In the business world, the word ‘story’ has already been so overused that its meaning has become blurred. It seems that almost any content is called a story. When this happens, we forget what the storytelling fuss is all about in the first place.
We are losing our way. Big time. We are losing the real art of storytelling and the different ways we can use it to build business.
As a story designer, I believe I’d like to be the one to give the ‘emperor back his clothes’.
What the hell is this thing called a story anyway?
Over a decade ago, in 2005, B. Joseph Pine II and James H. Gilmore published an article, urging us to think in terms of experiences. [EVENT ROI FALL 2005. Achieving Infinite ROI. B. Joseph Pine II and James H. Gilmore)
”It’s not fantasy; it´s reality. Companies are doing just this today by thinking imaginatively about ways of engaging their current and potential customers and designing creatively around admission-fee experiences in ways that no advertisement can do. They´ve stopped fretting about the declining efficacy of ads and pursued whole new medium: the marketing experience. So what are you waiting for?”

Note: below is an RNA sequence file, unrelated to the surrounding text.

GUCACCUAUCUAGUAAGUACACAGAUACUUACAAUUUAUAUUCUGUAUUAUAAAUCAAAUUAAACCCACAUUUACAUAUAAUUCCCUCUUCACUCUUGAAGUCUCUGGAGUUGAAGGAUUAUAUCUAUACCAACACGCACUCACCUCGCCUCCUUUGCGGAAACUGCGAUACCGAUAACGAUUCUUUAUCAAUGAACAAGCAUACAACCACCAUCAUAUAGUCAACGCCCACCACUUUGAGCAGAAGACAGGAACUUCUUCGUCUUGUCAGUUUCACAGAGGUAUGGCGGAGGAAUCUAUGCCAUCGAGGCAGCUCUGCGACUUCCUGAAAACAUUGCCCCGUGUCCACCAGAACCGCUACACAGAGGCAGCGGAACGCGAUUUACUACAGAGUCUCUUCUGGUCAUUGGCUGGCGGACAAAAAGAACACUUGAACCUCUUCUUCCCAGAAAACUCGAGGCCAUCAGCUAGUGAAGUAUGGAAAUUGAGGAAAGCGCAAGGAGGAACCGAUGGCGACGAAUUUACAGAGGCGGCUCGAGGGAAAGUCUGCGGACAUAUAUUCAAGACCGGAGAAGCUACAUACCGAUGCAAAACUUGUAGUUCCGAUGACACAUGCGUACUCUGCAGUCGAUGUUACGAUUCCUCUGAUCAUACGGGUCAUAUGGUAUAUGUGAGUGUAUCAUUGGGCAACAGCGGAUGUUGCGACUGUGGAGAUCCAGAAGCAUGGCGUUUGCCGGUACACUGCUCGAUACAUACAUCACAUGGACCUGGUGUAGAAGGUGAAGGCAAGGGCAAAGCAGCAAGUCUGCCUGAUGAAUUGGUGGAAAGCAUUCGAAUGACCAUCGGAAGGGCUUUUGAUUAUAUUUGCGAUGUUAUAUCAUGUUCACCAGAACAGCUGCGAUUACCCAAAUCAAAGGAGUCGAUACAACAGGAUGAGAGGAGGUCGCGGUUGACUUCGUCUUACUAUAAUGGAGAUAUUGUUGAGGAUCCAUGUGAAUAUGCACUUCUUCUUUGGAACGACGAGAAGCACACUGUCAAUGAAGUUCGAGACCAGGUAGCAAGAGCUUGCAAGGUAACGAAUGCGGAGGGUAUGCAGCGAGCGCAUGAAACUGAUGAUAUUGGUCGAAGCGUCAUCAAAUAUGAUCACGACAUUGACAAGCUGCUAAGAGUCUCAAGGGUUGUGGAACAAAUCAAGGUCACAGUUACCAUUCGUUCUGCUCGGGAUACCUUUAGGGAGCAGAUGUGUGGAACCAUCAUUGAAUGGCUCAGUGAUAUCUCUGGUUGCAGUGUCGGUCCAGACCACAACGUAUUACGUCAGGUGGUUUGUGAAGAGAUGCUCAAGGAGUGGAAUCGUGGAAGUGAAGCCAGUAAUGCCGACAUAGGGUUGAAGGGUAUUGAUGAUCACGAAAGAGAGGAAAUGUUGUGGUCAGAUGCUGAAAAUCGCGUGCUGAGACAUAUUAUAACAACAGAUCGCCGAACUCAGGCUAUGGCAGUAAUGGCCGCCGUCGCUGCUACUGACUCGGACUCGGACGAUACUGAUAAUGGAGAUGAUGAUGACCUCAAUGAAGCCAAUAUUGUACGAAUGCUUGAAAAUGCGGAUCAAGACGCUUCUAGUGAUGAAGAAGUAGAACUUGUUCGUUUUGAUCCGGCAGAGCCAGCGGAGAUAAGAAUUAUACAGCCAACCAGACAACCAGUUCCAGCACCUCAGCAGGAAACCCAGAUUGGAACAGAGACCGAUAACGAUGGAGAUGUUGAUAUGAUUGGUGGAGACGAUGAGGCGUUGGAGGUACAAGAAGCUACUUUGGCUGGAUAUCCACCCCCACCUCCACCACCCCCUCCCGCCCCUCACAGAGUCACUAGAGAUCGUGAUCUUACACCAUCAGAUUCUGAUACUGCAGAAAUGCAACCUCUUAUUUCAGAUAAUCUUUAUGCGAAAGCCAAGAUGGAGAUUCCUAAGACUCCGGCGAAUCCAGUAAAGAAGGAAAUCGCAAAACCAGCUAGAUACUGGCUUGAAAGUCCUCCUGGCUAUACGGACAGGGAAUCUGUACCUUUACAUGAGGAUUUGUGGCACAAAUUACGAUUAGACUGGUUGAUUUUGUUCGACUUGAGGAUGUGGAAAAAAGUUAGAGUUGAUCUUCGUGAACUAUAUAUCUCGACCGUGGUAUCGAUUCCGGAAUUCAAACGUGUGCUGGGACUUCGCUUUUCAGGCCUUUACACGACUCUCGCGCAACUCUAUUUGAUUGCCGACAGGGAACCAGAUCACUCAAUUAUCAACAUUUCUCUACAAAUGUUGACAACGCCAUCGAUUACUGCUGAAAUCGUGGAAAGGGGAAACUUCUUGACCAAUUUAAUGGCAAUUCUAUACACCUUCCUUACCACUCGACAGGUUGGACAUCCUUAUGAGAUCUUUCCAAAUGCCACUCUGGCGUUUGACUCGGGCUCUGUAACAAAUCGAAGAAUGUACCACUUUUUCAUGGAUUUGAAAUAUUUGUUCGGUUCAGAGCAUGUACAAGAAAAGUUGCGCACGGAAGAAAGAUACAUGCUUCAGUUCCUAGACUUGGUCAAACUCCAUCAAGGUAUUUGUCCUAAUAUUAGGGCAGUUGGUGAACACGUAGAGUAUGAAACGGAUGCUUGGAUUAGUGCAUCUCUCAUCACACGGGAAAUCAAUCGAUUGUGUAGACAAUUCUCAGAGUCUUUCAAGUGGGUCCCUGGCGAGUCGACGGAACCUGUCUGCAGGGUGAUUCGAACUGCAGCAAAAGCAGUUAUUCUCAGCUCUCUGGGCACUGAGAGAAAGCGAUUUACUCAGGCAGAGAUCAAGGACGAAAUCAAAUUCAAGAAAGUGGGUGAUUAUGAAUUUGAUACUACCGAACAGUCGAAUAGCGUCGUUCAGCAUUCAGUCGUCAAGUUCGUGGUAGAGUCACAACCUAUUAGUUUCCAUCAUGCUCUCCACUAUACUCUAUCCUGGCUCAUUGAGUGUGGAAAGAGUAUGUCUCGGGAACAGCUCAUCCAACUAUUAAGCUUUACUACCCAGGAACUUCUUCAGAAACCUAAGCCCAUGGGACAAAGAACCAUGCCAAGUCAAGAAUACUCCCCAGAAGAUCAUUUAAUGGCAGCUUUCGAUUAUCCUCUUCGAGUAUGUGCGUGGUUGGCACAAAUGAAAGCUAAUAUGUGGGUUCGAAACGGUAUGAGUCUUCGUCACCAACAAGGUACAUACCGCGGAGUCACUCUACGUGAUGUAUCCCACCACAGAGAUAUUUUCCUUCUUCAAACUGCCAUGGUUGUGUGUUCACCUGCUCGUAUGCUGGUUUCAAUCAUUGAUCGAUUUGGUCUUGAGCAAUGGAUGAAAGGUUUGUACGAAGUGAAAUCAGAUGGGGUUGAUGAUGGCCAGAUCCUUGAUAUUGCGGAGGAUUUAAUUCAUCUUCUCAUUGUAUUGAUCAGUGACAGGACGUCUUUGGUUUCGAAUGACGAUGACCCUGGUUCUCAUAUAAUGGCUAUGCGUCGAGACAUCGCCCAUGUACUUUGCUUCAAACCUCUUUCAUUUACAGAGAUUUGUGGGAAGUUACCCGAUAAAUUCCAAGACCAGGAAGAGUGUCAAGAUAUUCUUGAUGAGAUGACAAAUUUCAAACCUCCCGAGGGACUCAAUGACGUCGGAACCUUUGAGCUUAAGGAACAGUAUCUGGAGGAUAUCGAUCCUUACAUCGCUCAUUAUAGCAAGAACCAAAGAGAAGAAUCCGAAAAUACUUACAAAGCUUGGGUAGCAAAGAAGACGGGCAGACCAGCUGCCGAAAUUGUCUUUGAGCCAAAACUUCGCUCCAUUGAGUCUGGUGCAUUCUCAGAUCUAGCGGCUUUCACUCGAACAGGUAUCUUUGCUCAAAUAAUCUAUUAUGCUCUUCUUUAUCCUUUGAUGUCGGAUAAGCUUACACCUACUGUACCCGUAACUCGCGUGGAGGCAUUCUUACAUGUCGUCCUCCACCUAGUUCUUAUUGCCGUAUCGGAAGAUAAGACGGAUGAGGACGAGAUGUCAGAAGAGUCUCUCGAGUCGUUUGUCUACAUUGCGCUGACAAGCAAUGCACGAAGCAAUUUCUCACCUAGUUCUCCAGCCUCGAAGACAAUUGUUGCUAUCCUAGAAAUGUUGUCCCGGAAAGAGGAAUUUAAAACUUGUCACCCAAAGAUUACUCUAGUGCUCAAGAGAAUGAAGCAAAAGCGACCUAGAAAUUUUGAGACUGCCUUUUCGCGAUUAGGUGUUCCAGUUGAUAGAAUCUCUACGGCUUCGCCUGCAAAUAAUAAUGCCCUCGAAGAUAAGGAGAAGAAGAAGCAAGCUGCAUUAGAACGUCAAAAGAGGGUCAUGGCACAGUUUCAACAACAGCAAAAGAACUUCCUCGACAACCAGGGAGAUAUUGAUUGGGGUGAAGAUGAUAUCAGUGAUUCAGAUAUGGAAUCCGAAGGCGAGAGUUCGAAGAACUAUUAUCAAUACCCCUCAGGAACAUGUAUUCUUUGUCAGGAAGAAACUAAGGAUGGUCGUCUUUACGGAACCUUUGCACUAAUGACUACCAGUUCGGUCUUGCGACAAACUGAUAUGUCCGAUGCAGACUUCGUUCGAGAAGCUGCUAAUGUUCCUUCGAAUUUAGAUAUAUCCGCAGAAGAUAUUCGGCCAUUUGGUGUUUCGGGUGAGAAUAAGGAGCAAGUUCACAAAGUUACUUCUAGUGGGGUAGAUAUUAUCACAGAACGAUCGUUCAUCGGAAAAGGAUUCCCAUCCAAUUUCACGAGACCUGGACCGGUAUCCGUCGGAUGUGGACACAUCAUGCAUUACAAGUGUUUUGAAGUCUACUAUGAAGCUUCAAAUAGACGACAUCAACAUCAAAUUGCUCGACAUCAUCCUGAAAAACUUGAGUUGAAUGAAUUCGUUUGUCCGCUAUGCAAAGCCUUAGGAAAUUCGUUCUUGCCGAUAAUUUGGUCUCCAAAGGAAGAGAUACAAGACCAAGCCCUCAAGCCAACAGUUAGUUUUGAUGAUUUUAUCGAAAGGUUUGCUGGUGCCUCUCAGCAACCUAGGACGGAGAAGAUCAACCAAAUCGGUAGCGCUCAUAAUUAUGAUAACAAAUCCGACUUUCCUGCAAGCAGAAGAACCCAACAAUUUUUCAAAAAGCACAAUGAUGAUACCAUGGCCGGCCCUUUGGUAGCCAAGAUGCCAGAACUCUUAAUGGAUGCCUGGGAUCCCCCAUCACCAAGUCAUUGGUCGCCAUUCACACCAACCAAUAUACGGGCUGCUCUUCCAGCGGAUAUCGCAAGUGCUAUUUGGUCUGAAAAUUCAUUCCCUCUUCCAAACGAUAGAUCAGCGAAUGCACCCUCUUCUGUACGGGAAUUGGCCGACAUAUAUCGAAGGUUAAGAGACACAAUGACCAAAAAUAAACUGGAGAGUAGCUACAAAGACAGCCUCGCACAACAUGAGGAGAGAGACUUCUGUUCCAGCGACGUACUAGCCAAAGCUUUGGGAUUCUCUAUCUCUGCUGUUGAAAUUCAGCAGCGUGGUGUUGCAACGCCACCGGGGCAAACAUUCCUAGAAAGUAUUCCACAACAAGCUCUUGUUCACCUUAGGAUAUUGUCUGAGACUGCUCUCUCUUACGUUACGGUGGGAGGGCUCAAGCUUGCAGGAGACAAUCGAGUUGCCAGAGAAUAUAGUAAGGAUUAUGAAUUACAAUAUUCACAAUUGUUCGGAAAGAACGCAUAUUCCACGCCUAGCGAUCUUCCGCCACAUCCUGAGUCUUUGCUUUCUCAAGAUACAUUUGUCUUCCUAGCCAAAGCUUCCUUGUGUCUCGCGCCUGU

Once upon a time, a thin red thread was woven into ropes used in the British navy. The thread made it easier to braid and repair the ropes. If the rope unravelled, it could easily be mended by following the red thread inside because it was strikingly visible. Everyone could also easily identify the rope as property of the Crown, since it was impossible to remove the red thread without taking the rope apart. That made stealing the ropes pointless, as no one would buy them.
A red thread is also essential in storification: it produces a compelling narrative —…
I am helping business owners turn their customer experience into a story experience. @akalliom @tarinakone #storification #storyexperience #experiencedesign